I think this is also why I don’t write a lot of rhyming poetry. It’s too pretty, so to speak when it comes to angst. Or at least in my opinion. That and really, rhyming poetry is freaking hard sometimes.

Just ask my sonnet months. Le Sigh.

Anyways, I am ‘hard’ at work compiling poetry. Some of it is from my November PAD submission, but most are from my poetry filling up all of my notebooks, spilling out and not having a place to go. Who knew I had so much floating around. I keep coming upon more poems and it’s like a mini Christmas thrill. “Ooh, I found another one!”

So, there’s my week. Another week putting off the novel I started, which got all of about 20 pages into a comp book, at the most. Thankfully that has a formula and a plot (yes, from this plotless writer it has a plot!) so I can come back to it at almost any time. But poetry is filling up my waking hours and thoughts.

Kate

Let’s Have A Cup Of Coffee And Catch Up – Writing 101 Day 11

steaming cupTrying to catch up my readers seems a bit redundant. I feel like I’m forever updating on current projects, or lack of projects, but let’s see what I come up with just an overview. Or if we were sitting down to coffee, I’d tell you all this. I’m not really up for a conversation, poetry, or interesting piece. Mind fog.

First off, I’m second week into Writing 101 and it’s exhausting in it’s own way. I love it, but I wonder if it’s really helping me. Does this make my writing better? Well, maybe because it has required me to have focus. Sort of. And not really come up with my own ideas. I mean, sure, the basis is mine, but there is a general theme of writing well. And it has helped me take time to practice using social media to promote my posts. I don’t know why I didn’t know how to do that before in WordPress, but I have some of it down better. So, there is some structure. I think.

I’m week two into the Poem a Day Chapbook Challenge, and feeling further and further behind. I have written seven and a half sonnets… or three half sonnets as well. It’s kind of odd. If I could finish those three I’d be further along. I still struggle with the iambic aspect. I get pentameter. That is seriously no problem. But unstressed/stressed still makes me groan a bit. I wouldn’t be surprised if I start thinking in iambic after a while of this though.  But I am having to play catch up constantly. I’m not following the specific rules of the PAD challenge, considering I can’t seem to write a sonnet in 24 hours and move on to the next one. So it’s day 17 and I have less than half completed. Sigh.

My month has kept me busy with life changes, from it suddenly being our family business’s down time, sort of, to health problems, and family health problems and going here and there for such things. I’m so exhausted it’s not even funny. But I have finally started to recoup a bit on my anemia. I spent the summer being anemic and I’m finally into a safer zone but still not out of the water yet. The low iron made it impossible to keep running, which I wanted to do for health reason. But when your doctor says ‘stop running’, you do what he tells you. Maybe next year, because I cannot run in the winter in the mountains. It’s too cold.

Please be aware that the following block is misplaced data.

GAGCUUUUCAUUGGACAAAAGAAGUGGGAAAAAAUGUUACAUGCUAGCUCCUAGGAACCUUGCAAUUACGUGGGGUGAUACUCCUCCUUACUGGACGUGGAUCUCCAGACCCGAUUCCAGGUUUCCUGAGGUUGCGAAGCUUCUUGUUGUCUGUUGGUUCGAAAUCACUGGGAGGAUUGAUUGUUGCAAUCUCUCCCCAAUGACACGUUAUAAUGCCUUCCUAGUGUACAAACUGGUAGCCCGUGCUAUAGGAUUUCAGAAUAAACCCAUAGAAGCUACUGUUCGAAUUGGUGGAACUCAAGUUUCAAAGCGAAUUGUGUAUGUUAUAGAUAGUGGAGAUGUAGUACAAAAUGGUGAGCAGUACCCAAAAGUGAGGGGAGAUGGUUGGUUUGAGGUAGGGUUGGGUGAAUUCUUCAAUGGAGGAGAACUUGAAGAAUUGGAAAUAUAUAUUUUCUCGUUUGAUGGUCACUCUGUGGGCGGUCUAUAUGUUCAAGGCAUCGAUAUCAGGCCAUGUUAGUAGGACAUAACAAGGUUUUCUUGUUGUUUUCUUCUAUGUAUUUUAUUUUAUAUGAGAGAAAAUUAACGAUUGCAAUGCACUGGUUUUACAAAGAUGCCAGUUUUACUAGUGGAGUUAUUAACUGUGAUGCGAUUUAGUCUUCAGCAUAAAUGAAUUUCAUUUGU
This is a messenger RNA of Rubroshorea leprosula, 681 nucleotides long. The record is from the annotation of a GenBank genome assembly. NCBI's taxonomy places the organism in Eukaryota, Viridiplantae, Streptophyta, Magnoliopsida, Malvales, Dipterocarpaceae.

I was thinking and semi talking with Caterpickles the other day about a story I sent the 8 Year Old when she was more like the 5 Year Old. Gads time flies. I wrote a picture book and turns out the 8YO still loves the story, and obviously can read it herself these days. I need to seriously sit down and consider a query letter or more to some agents and see if one might accept it. I had hoped to have the book published before Jules’s kids were out of grade school and the 8YO was still only 6. Clearly I am far behind that plan. So onwards and hopefully agent wards…

Does anyone else find that sometimes they get really annoyed with other people that are trying to publish and are telling about all their challenges?  There is one blogger I follow who is working to publish juvenile fiction and it annoys the heck out of me about his methods of submitting and working through Twitter and various other social media aspects. Does anyone else ever feel annoyed with other publishing authors? Or is it just me.

I looked into submitting a short story to Readers Digest after my grandmother read the story and said I should. Unfortunately, because of the high volume of stories RD gets, it’s like next to nearly impossible. So, I’m putting them on the back burner for now, but the short story needs submitting somewhere. I had tried Glimmer Train, Tin Roof, and The Meadows literary magazines, and all rejected my story after an 8 month wait. It’s okay though. I had three magazines read my story.

So, okay, I guess I have something to talk about, right?

For some, this is not terribly interesting, but others might find it helpful. Is there anything you, dearie would like to add?

Kate